Last year’s interpretation of the engine development token system was that no significant changes could be made during the season. This obliged Renault to run all of 2014 with what it knew to be a flawed engine. For 2015 it introduced changes to the combustion chamber that worked fine on the dyno – and instantly proved disastrous in the car. Under load a low frequency, high intensity harmonic was created and it destroyed pistons. The short-term solution to keeping the pistons in one piece during the opening few races was a software/mechanical configuration that gave awful driveability and an even bigger power deficit than last year.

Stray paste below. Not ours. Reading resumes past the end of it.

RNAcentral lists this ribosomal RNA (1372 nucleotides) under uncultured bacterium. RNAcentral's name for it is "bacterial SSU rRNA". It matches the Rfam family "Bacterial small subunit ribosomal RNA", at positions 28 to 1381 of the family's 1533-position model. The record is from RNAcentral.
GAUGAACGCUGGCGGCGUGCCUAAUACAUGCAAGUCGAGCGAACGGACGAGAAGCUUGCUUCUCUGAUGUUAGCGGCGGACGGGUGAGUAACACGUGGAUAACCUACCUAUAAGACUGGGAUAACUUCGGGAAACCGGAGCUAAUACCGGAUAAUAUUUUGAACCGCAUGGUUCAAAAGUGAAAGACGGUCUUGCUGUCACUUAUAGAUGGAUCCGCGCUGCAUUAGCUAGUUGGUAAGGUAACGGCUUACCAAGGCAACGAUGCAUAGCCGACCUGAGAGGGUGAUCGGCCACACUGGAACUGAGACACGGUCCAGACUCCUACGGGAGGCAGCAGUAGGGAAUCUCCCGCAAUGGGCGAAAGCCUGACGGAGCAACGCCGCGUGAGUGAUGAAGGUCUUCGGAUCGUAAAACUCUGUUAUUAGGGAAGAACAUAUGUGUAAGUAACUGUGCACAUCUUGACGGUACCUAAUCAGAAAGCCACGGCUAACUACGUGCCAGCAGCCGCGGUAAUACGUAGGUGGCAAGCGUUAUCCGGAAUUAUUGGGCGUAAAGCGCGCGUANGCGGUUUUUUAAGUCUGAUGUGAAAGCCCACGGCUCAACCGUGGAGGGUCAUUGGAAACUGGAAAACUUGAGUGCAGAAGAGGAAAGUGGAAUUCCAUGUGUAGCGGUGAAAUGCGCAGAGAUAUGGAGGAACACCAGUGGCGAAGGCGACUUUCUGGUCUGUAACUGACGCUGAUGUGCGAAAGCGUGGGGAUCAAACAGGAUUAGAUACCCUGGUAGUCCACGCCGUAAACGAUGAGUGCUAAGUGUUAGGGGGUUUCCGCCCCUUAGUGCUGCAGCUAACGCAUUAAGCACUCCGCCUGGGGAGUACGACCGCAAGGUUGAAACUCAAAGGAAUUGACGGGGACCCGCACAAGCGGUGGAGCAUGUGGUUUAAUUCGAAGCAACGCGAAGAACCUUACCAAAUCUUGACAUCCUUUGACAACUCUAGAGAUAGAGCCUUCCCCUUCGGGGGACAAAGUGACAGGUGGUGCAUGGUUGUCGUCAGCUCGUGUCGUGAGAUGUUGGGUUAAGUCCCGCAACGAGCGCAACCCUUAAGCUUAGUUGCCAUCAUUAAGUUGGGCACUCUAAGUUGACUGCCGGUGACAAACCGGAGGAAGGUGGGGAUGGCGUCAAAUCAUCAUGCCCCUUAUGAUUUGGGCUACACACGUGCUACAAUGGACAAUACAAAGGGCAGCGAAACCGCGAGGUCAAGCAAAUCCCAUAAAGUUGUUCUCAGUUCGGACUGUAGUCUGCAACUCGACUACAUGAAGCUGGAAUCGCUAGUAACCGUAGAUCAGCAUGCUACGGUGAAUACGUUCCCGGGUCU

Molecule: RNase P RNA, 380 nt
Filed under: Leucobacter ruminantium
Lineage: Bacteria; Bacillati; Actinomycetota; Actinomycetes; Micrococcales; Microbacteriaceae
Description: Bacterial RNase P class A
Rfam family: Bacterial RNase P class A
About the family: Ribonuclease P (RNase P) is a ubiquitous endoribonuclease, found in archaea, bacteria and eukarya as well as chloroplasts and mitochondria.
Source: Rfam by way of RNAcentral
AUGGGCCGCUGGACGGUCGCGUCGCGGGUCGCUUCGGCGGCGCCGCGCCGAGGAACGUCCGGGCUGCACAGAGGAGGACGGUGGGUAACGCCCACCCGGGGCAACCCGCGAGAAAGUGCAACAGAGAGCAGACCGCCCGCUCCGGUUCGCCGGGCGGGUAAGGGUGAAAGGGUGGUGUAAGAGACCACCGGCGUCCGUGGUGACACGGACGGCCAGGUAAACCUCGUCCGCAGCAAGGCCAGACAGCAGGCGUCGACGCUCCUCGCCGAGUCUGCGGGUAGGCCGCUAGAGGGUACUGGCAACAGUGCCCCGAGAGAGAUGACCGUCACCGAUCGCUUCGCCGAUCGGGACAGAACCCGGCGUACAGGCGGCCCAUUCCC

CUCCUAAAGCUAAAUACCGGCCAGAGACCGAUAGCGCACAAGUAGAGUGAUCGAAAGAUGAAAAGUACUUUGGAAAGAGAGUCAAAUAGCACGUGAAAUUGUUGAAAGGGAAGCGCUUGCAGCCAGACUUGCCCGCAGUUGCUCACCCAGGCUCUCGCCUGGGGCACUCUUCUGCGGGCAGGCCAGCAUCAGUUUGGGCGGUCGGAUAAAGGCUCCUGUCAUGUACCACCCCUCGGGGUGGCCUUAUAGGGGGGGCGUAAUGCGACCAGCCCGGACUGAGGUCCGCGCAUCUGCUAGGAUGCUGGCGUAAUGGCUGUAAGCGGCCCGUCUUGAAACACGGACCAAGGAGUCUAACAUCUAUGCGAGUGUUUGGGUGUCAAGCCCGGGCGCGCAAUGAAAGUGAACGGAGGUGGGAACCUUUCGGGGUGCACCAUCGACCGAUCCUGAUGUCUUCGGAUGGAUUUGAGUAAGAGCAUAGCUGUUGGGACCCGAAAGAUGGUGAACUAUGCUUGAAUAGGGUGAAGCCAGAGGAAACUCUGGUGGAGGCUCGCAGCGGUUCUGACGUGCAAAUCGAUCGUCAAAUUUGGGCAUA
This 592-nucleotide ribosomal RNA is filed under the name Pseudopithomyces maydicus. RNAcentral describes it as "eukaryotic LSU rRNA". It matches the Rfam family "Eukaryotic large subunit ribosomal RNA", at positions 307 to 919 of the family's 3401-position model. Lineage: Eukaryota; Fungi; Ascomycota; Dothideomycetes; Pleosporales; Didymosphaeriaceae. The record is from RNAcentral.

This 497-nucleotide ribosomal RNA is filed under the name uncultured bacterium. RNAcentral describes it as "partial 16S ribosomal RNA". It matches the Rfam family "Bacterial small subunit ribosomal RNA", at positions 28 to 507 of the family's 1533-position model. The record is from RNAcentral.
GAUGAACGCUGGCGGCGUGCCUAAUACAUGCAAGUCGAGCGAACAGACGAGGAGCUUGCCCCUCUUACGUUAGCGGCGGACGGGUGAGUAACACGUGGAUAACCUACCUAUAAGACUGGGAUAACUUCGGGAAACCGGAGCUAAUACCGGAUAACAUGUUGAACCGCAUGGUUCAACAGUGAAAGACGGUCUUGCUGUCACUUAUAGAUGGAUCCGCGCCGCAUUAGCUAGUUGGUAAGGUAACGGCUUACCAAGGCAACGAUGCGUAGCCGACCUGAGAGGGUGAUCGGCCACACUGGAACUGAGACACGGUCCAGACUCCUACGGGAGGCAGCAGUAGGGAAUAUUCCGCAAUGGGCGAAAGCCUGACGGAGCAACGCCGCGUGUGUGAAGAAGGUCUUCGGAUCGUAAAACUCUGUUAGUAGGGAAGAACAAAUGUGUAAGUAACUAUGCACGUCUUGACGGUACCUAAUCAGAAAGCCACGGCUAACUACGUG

“This was traced to a problem in the verification process of the simulation,” explains Rob White (right), Renault Sport’s chief technical officer. “So that gave us two problems to attend to before we could begin bringing performance to the engine.” In the meantime, several of the seasonal allocation of each car’s four engines had been used up by seizures or other failures. As for the performance modifications – which under the 2015 interpretation of the regulations are allowed to be made during the season – there are currently two competing programmes. There is Renault Sport’s own and that of Ilmor’s Mario Illien, brought in by Red Bull late last year as a consultant. Illien, one of the great names in F1 engine design, the architect of multiple race and title-winning Mercedes motors in the McLaren era, would – at Red Bull’s expense – liaise with Renault Sport in getting to the bottom of its combustion problems. Partly because of the difficult Red Bull/Renault relationship and issues of intellectual property, perhaps partly because of the aforementioned Gallic pride, this has been an excruciatingly difficult working relationship. At the engineer level it works fine and there is mutual respect, but at the management level there are so many restrictions in place, so much desire for the solution to come from Renault Sport’s own people rather than the consultant, that it has proceeded slowly. Illien does not even get to see the Viry dyno figures of his own prototype…